Restaurants represent less than 9 percent of Paycheck Protection loan recipients, but as of March accounted for the majority of layoffs nationwide as the contagion took hold.
“If the intention was to get people back to work, they’re not doing it,” said Tom Colicchio, the renowned restaurateur and “Top Chef” judge, who has been an advocate for small restaurants during the pandemic. “They’re not going to come back to work because unemployment is too attractive.”
Unemployment benefits vary by state, but in 2019, before the coronavirus crisis, the average weekly benefit nationwide was $370. A $600 sweetener that the stimulus bill added, on a temporary basis, to weekly unemployment checks raises the average weekly benefit to $970, an amount that approximates average weekly pay nationwide and is nearly double average weekly pay within the food industry: about $500 nationwide for full-time workers.
Dental assistants, security guards and travel agents similarly stand to earn more money on unemployment than they can by working.
That doesn’t make the Paycheck Protection Program a flop; indeed, the program is so popular that all available funds dried up last week. Lawmakers are now nearing a deal to add $450 billion to the $342 billion that the Small Business Administration has lent.
Most of that money, however, has gone to support jobs in industries kept open during the crisis, including construction, manufacturing, professional and technical services and health care, which received $169 billion. By comparison, only $30.5 billion went to hotels and restaurants. Local stay-at-home orders could keep these businesses shut down several weeks more, and sales are projected to rise slowly under any phased economic restart because customers may well avoid public places for months.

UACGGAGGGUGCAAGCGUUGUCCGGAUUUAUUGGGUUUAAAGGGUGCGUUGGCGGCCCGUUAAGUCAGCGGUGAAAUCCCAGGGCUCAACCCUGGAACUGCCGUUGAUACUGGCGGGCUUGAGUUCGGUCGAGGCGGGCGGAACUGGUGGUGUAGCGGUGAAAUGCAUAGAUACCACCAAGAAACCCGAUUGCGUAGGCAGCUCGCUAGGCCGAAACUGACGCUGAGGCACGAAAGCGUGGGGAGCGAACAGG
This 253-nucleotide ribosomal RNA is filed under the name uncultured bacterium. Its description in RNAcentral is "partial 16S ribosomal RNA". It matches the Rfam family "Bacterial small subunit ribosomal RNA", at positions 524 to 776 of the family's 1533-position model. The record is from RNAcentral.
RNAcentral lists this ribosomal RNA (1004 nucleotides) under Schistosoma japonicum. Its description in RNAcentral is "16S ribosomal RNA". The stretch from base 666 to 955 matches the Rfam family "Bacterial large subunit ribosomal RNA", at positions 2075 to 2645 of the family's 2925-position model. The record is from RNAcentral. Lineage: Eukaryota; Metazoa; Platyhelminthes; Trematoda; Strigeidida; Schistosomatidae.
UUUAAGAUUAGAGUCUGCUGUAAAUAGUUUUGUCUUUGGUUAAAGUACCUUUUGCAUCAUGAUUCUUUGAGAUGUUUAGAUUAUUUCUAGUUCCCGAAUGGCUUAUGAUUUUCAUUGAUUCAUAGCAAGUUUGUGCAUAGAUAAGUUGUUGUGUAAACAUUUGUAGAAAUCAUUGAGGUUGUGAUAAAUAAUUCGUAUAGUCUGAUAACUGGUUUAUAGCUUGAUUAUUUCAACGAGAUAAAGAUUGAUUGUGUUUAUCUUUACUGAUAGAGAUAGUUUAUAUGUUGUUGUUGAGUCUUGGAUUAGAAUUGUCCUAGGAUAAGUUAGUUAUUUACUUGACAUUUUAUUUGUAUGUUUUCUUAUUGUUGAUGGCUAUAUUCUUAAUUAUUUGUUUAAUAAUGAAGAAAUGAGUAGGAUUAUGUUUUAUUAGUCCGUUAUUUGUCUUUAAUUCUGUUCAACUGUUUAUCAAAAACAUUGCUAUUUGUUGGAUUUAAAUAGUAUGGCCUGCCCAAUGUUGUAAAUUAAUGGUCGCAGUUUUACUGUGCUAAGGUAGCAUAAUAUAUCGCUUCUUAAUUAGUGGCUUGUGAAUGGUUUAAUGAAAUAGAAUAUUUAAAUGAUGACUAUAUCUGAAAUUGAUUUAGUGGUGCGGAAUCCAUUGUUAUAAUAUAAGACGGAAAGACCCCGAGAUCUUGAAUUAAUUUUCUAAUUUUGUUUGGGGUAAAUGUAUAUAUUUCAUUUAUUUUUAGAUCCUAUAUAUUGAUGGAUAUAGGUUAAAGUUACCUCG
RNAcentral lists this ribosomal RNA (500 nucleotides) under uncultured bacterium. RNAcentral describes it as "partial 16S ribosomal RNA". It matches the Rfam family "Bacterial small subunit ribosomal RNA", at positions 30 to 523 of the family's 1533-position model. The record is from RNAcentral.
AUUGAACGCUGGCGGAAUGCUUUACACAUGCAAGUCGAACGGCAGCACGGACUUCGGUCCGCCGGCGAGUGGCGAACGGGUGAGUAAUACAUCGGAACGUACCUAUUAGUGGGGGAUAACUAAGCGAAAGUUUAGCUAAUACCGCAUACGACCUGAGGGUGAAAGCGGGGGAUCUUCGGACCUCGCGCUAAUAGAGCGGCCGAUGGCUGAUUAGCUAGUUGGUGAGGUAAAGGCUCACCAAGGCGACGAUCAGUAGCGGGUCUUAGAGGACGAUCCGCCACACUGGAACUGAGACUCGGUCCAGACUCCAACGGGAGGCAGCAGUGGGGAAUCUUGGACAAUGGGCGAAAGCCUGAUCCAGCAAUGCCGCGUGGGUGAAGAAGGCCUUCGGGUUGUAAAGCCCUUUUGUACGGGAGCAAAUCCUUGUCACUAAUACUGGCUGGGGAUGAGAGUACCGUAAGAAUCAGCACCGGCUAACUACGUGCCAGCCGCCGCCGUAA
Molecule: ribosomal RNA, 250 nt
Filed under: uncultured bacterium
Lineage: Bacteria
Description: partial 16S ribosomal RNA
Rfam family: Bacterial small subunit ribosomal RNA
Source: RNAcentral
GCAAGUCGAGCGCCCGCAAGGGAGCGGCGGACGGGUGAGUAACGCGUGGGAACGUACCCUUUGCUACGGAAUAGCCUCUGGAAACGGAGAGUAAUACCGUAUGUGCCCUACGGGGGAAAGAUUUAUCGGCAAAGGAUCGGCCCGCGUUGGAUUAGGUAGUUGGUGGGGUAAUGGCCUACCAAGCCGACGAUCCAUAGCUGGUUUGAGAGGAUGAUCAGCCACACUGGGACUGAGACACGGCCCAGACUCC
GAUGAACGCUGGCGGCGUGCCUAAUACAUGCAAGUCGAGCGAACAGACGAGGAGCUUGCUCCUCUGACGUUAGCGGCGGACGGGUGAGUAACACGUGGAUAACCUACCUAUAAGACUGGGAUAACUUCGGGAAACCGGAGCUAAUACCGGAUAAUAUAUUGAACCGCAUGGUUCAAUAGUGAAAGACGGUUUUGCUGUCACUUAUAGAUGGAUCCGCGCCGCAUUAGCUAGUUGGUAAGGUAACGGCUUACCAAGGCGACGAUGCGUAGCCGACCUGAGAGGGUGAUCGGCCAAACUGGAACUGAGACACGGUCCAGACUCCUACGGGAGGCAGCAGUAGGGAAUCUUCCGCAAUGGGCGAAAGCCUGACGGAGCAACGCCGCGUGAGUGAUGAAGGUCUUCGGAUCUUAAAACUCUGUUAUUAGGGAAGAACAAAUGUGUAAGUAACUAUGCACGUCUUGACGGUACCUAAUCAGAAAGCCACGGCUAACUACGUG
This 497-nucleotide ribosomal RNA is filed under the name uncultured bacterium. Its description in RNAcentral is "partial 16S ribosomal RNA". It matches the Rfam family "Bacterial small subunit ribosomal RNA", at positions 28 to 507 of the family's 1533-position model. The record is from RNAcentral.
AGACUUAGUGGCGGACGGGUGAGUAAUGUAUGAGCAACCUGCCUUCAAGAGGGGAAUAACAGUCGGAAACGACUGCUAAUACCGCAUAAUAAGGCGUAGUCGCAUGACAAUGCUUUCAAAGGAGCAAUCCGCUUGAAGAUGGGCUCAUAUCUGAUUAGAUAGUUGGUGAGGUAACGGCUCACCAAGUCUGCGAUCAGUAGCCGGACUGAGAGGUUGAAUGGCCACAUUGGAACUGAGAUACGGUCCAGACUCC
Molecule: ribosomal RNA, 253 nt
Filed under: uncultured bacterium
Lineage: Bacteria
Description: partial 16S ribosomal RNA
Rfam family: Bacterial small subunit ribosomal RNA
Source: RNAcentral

The National Restaurant Association, in addition to requesting more funds — partly, it said, to help owners rehire and retrain workers — asked Congress to permit businesses to defer the start date of PPP loans until after local stay-at-home orders are lifted, and to allow more than 25 percent of the loans to be spent on fixed costs like rent and utilities.
The International Foodservice Distributors Association will propose similar measures Tuesday, asking Congress to allow PPP borrowers to spend only 50 percent of their loans on payroll and to increase tax credits for employee retention.
One recipient of a Paycheck Protection loan is Christian Ochsendorf, who owns several Dunn Brothers Coffee shops in the Minneapolis area. Ochsendorf says he’s been able to persuade only 40 percent of his furloughed workers to return. In Minnesota, the $600 sweetener raises the average weekly unemployment benefit above $1,000 a week. In 2019, the average weekly wage for full-time food service workers was $548.
“They’re getting paid more on unemployment than they would if they were actually working,” Ochsendorf said.
It’s the same story in Ohio, where workers can now receive $963 a week on unemployment, or slightly more than the average weekly wage. Full-time restaurant workers in the state earn, on average, less than $500.
“Heck, if they’re making more money sitting at home … I’m fearful that some may not want to come back,” said Adam Rammel, the co-owner of Brewfontaine, a bar and restaurant in Bellefontaine, Ohio.
Paycheck Protection loans cover payroll expenses for eight weeks, a time frame that many small business owners judge too short as the scope of the pandemic widens. Some owners are reluctant to accept the money at all, uncertain how they will repay the loan if their workers won’t consent to come back within the prescribed window. Unemployment benefits, meanwhile, have been extended 13 additional weeks. Even the $600 sweetener, guaranteed until July 31, will last weeks longer than a paycheck protection loan.